Israeli police officers scuffle with demonstrators during a protest against Israeli prime minister Benjamin Netanyahu outside Prime Minister official residence in Jerusalem on July 14, 2020 (photo credit: YONATAN SINDEL/FLASH90)

Thirty-four people were arrested Tuesday night while protesting in Jerusalem outside Prime Minister Netanyahu’s official residence.

Protests outside Netanyahu’s residence have become a weekly occurrence, with police increasingly taking harsher measures against demonstrators. Last month, they arrested a retired Israeli air force general, setting off an uproar.

The protests have since drawn a younger crowd and have grown more defiant. In the past week, thousands of Israelis have participated in some of the largest demonstrations in nearly a decade against the longtime prime minister. Netanyahu has come under growing criticism for holding office while on trial for corruption, pushing for seemingly anti-democratic measures under the guise of combating the coronavirus and mismanaging the country’s deepening economic crisis.

On Tuesday night, a large coalition of protest groups combined to march through the streets of Jerusalem from Netanyahu’s official residence to the Knesset, Israel’s parliament. They beat drums, banged on pots and blared on trumpets while calling for the prime minister’s resignation and holding banners reading, “the Israeli spring is here.”

Two different protests took place on Balfour street. One group demanded the resignation of Netanyahu over charges of breach of trust, accepting bribes and fraud. The other one, organized by restaurant owners, rallied against the government’s recent attempts to limit activities in restaurants in an attempt to combat the spread of the coronavirus.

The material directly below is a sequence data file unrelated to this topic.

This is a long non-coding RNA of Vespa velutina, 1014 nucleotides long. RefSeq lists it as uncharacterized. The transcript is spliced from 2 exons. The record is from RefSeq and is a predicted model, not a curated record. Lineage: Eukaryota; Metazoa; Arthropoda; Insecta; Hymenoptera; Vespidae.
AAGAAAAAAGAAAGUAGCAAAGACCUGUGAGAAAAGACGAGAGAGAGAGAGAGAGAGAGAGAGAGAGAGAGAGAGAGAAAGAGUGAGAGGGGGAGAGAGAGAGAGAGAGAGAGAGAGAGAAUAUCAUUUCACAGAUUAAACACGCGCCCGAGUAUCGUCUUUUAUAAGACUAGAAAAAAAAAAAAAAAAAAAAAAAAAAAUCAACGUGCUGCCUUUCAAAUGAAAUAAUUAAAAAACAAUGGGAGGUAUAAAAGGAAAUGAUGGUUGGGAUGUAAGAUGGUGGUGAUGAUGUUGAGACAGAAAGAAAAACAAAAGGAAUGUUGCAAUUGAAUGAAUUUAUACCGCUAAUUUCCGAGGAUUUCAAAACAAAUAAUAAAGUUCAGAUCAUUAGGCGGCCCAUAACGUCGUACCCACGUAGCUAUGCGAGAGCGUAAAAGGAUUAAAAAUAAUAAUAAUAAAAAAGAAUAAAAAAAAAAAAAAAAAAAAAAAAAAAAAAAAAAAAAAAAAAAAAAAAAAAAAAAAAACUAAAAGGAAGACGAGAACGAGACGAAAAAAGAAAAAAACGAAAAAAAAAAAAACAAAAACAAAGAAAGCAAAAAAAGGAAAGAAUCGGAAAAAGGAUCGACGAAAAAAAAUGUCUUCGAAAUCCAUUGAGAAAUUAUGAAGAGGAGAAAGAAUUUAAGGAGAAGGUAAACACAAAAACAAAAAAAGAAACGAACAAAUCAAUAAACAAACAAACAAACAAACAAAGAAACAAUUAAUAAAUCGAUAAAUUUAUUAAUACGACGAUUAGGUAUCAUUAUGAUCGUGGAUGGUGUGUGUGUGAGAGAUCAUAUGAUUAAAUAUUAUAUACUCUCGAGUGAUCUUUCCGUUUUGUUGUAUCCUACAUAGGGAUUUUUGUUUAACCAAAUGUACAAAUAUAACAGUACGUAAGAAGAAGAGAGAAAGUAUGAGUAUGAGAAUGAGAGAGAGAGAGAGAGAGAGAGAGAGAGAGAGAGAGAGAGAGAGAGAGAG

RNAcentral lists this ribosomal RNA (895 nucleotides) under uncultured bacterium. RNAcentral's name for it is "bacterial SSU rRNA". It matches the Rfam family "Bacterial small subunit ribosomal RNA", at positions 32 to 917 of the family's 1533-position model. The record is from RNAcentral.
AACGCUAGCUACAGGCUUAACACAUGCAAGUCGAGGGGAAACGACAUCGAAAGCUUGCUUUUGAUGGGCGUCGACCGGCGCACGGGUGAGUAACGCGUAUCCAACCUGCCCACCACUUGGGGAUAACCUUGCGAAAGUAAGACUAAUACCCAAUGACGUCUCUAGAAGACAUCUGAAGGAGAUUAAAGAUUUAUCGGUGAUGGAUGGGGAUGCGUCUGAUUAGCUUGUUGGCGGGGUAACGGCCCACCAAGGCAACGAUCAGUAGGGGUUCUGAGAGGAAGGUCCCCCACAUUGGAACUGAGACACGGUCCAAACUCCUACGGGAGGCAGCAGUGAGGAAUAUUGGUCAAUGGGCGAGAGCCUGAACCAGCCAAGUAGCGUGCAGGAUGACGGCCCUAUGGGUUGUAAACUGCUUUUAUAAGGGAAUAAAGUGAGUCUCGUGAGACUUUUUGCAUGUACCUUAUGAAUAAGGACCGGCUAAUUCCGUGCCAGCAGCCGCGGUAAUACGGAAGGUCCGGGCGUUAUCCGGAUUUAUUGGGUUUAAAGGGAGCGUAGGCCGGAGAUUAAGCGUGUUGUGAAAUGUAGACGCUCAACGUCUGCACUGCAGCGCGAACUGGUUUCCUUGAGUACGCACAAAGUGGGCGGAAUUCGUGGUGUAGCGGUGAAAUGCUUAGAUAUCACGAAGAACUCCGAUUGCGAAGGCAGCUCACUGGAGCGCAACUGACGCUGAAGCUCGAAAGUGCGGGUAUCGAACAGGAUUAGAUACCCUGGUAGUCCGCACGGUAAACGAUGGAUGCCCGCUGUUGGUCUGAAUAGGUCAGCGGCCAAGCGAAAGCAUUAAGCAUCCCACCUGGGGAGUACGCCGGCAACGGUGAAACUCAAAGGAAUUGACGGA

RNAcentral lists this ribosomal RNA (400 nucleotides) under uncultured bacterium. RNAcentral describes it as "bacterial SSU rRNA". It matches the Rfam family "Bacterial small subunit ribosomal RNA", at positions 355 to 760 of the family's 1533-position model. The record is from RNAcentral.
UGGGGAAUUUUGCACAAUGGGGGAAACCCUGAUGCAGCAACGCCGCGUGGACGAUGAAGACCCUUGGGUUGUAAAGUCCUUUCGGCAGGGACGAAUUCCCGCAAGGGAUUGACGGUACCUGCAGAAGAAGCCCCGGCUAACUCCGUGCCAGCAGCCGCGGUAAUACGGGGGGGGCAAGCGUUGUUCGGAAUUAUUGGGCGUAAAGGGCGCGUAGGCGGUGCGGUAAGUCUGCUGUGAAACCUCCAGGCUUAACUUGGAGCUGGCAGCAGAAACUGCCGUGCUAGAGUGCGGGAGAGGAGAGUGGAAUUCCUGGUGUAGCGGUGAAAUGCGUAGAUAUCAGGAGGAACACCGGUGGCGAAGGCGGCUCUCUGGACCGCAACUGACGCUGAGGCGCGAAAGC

Restaurant owners demanded that the government devise a plan for properly compensating the businesses that suffered economic losses during the coronavirus pandemic.

Restaurant owners prepared various dishes to hand out “to any hungry person who will come.” The gesture was meant to “emphasize the importance of maintaining solidarity and being empathetic to others even in hard times like this, just as [they] would expect to be treated by the government,” they said. The “battered industry has not been getting clear answers since the crisis began,” they added.

Israel received praise for its early handling of the coronavirus crisis and imposing tight movement restrictions. But since reopening the economy in May, new cases have spiked and unemployment remains over 20%, up from 3.9% before the pandemic.

Some 61 residents from the Rehavia neighborhood, where the Prime Minister’s Official Residence resides, had petitioned the High Court of Justice in a request to prevent the protests which have become a norm in recent weeks.

“Children, elders and adults from all sectors and genders have found themselves in the position of hostages, in a protest that has become in part violent, unrestricted and completely ignoring the coronavirus pandemic,” the petition read.

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